In Klang, as someone already mentioned, the peeled version is called Mee Hoon Kueh but once you roll it out fettuccine style, it becomes pan mee. In Klang at least. And it made me really mad recently when I ordered pan mee and was served a bowl of mee hoon kueh. Same difference? In my mind I was pitching a hissy fit but ultimately, it’s the same thing. haha! I finished the whole bowl, just so you know.

  7. Lee

    I only knew this as mee hoon kueh, made by my grandmother who is now very far away in Melaka while I’m here shivering in Vancouver BC. Although she taught me how to make this, it wouldn’t be the same without her. You’ve made me very nostalgic with this post and recipe.

  8. chinthing

    I love 面粉糕! I add steamed pumpkin to the flour topped up with a bit of water if required. The “noodle” will be softer and fragrant. To make the flat pieces of “noodles”, (dip fingers into the cooled oil from the fried shallots and garlic that I will usually sprinkle as a topping) I grab a handful of dough and pull the dough into a thin layer (usually gravity will do its job), peel and put into the boiling soup, and repeat. At home, we replace the mani cai with Chinese spinach, lots of it! We also eat with a dipping sauce of coarsely chopped garlic, soya sauce, black vinegar and a squeeze of lime.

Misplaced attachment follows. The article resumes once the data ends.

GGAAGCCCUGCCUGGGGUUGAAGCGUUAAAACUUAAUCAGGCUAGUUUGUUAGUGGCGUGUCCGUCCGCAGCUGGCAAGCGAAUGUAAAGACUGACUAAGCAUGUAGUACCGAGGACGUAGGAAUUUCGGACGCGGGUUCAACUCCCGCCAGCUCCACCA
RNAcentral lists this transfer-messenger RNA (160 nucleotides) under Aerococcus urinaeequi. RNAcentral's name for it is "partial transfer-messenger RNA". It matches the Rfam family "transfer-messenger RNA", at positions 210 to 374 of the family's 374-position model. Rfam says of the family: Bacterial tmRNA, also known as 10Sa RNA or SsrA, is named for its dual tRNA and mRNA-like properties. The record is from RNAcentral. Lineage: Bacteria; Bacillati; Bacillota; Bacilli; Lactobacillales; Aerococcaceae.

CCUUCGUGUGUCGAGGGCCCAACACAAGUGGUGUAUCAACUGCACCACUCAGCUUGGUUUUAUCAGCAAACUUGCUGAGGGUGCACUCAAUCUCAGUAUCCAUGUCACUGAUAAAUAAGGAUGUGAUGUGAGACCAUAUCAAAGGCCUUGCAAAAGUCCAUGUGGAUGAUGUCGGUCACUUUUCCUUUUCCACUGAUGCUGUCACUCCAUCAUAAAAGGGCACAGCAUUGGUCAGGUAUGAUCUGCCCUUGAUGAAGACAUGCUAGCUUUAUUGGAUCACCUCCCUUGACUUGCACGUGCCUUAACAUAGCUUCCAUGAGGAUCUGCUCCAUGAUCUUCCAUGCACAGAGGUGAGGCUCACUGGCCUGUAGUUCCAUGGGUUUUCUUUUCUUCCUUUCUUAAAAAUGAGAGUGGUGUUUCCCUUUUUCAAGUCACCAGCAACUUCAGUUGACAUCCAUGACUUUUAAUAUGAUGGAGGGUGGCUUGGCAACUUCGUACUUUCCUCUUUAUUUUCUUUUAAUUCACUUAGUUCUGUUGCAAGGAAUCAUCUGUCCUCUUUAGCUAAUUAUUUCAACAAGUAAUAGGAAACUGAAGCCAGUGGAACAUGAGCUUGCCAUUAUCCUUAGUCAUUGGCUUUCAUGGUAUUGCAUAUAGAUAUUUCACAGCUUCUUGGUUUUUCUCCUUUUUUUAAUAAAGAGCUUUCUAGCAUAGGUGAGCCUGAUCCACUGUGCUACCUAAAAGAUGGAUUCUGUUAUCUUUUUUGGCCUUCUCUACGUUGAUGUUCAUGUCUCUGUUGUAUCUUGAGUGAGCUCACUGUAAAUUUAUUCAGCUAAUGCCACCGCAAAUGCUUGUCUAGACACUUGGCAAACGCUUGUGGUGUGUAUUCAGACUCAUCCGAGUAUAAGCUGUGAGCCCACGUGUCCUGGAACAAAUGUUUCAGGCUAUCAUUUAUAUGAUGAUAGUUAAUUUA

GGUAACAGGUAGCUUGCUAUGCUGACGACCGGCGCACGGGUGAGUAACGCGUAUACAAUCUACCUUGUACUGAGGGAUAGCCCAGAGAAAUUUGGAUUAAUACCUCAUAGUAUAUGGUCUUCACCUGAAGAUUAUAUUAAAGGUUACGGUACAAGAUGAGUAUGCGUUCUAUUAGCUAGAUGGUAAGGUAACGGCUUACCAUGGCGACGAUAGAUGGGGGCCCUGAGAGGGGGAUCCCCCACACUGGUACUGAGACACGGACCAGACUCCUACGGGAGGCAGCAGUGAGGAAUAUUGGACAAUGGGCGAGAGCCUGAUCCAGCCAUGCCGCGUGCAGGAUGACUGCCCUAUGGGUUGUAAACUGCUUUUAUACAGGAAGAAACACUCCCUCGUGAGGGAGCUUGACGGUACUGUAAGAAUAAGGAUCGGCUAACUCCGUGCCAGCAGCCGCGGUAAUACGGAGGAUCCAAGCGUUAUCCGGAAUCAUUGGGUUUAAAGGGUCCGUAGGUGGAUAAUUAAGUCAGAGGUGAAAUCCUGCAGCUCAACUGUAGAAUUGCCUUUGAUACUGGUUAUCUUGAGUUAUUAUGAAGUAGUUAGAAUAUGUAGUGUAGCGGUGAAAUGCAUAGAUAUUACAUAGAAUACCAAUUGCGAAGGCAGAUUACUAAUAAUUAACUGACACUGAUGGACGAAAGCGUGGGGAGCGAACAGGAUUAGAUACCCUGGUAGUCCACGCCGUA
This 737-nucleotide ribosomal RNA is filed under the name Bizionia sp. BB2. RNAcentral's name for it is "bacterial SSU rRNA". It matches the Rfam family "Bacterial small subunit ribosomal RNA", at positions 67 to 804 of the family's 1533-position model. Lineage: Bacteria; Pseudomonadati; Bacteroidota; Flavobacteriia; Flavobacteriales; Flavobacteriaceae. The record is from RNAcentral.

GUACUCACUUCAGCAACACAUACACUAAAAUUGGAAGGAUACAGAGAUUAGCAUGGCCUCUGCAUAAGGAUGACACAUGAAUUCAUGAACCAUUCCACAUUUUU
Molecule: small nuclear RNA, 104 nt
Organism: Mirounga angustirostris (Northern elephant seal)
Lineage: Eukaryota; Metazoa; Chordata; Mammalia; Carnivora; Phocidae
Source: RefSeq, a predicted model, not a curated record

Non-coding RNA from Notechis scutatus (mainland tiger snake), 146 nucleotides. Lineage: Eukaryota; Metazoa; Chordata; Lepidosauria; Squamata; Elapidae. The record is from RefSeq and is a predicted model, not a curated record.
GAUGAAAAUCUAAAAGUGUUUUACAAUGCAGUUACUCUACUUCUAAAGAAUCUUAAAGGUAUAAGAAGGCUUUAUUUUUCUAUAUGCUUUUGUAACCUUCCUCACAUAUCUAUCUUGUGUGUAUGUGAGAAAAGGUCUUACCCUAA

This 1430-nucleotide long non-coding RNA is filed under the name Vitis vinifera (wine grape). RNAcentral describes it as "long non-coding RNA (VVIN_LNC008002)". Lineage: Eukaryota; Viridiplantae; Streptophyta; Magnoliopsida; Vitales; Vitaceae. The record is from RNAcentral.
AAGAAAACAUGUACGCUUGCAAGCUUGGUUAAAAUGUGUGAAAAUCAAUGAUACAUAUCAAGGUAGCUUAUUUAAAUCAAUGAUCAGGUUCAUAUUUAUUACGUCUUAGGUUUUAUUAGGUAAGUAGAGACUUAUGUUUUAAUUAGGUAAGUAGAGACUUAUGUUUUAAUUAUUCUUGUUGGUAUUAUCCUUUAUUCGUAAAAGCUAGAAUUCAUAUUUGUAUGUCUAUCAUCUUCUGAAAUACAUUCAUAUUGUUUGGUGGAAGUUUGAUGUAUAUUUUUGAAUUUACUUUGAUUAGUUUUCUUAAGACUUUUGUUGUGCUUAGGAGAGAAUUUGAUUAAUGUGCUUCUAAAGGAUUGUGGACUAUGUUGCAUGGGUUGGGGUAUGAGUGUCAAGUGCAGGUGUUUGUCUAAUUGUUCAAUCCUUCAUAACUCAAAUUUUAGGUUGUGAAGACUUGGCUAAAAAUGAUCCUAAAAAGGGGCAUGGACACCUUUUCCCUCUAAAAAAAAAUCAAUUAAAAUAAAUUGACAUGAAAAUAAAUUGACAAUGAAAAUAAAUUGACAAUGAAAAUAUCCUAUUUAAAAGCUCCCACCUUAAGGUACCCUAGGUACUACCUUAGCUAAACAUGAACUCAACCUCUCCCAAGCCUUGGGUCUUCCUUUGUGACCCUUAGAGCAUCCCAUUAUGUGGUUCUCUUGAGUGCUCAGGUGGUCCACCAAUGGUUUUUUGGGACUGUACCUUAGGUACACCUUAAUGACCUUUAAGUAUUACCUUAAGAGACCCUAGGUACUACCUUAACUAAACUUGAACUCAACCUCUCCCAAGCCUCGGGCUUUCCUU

9. SW Wong

    We have mani cai sold in Richmond, VA. You can try to find them in Vietnamese grocery store (those Vietnamese call it “Vietnam Kao Gei” – hope you understand my Cantonese). For the dough, I suggest to use cold water as it gives you the “QQ” feeling and hence no need to knead so much, :). For the soup, you can add “mang guang”, which taste much better (I am a Hakka from KL and my mom used to sell Pan Mee).

  10. Yen

    Being a Hakka girl, I grew up eating this dish. My mom made them using the pasta roller and that’s how I like it. When I am lazy to make my own, I just used those thiner udon and they taste just as good. We can’t really find sayur manis here in Hong Kong where I live now so I used baby choi sum as substitute and for the soup, I always add some chicken bones or feet to the soup to give it an even more flavourful soup. I also ‘toast’ my ikan bilis a bit to give it a bit of ‘smoky’ flavour….thanks for sharing this recipe. It makes me feel closer to home and fond memories of my deceased mom as we used to make the noodles together when I was a kid…

  11. Violet

    Hi Bee
    Wow, my mum used to make this a lot when I was little. I come from a Hakka family. We have 2 restaurants here in Sydney ( Albee’s Kitchen in Campsie & Kingsford) that sell this and it’s just as good as mum’s. ok, looking at the bowl you just posted, looks like I will be going there soon for a one. This brings back so many childhood memories. Thanks for the great reminder

  12. Serene Ng-Brown

    Dear Bee,

    I was wondering for the soup stock. Can I just use the chicken stock instead of anchovies/ikan bilis as my husband doesn’t like them very much, being Caucasian. I don’t mind adding the fried anchovies as toppings in my bowl of Pan Mee.